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The point, presumably, is to encourage people to think twice before they mindlessly guzzle six donuts-worth of sugar with their lunch (or dessert). Sugar-sweetened beverages are, after all, the leading sources of added sugars in Americans’ diets, and consuming them regularly is associated with all sorts of negative health effects, including type 2 diabetes, heart disease, kidney diseases, and more, according to the Centers for Disease Control and Prevention.

“He’s making a valid point by drawing people’s attention to how much sugar they would be consuming if they were to drink these beverages,” Keri Gans, a registered dietitian in New York City, told INSIDER.

Read more: 249 popular fast-food desserts with more than your daily amount of sugar

But plenty of Twitter users are interpreting the image differently and see it as permission to pound more pastries. After all, the theory goes, if you had to choose between a donut or 3 ounces of soda for the same amount of sugar, wouldn’t you prefer the donut?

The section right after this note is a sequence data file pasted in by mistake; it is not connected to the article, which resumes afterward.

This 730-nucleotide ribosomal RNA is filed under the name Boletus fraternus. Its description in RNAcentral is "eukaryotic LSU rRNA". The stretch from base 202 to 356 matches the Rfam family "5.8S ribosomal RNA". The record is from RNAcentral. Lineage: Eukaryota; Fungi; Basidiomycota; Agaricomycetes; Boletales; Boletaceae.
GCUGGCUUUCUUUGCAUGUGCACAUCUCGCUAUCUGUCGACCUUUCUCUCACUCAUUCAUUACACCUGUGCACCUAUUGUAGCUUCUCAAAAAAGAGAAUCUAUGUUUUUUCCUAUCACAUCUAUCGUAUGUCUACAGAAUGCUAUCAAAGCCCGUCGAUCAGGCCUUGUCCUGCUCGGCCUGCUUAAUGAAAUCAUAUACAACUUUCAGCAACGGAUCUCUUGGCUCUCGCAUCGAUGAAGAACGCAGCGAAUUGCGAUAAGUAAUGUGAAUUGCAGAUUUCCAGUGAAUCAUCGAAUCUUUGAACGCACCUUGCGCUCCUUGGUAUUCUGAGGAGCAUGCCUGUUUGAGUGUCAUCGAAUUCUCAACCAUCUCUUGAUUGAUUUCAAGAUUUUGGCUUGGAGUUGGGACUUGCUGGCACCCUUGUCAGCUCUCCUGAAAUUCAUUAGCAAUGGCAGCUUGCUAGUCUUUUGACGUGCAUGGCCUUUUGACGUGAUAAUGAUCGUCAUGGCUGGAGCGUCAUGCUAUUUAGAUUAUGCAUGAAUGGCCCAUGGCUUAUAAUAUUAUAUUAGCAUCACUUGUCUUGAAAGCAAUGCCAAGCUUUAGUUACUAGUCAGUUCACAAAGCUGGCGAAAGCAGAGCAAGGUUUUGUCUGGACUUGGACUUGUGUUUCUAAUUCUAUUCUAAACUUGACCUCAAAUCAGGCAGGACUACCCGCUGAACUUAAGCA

There’s another concern with the graphic: Not all sugars are created equal. If the juice pictured in the graphic is 100% juice, for example, it’s not entirely fair to pit it against donuts, which are made with added sugars, Gans said.

“Sugar in 100% fruit juice is naturally occurring, and along with that naturally occurring sugar you have important vitamins and minerals, which you’re not going to get in a donut,” she said. Bonus points if you drink the fibrous pulp.

On the other hand, it is a lot easier to drink your sugar than to eat it, so opting for the donuts over the soda might naturally limit your sugar intake.

Still, the healthiest choice is to fill your diet with whole fruits, vegetables, whole grains, lean protein, and other nutrients, and to opt against both the soda and the donuts – at least most of the time. The Dietary Guidelines for Americans caps the recommended daily intake of added sugar at 10% of your daily calories, so that’s about 200 calories if you eat 2,000 calories a day.

“There’s nothing wrong with eating an occasional doughnut or having an occasional soda,” Gans said. “It comes down to how we fuel our bodies the majority of the time.”

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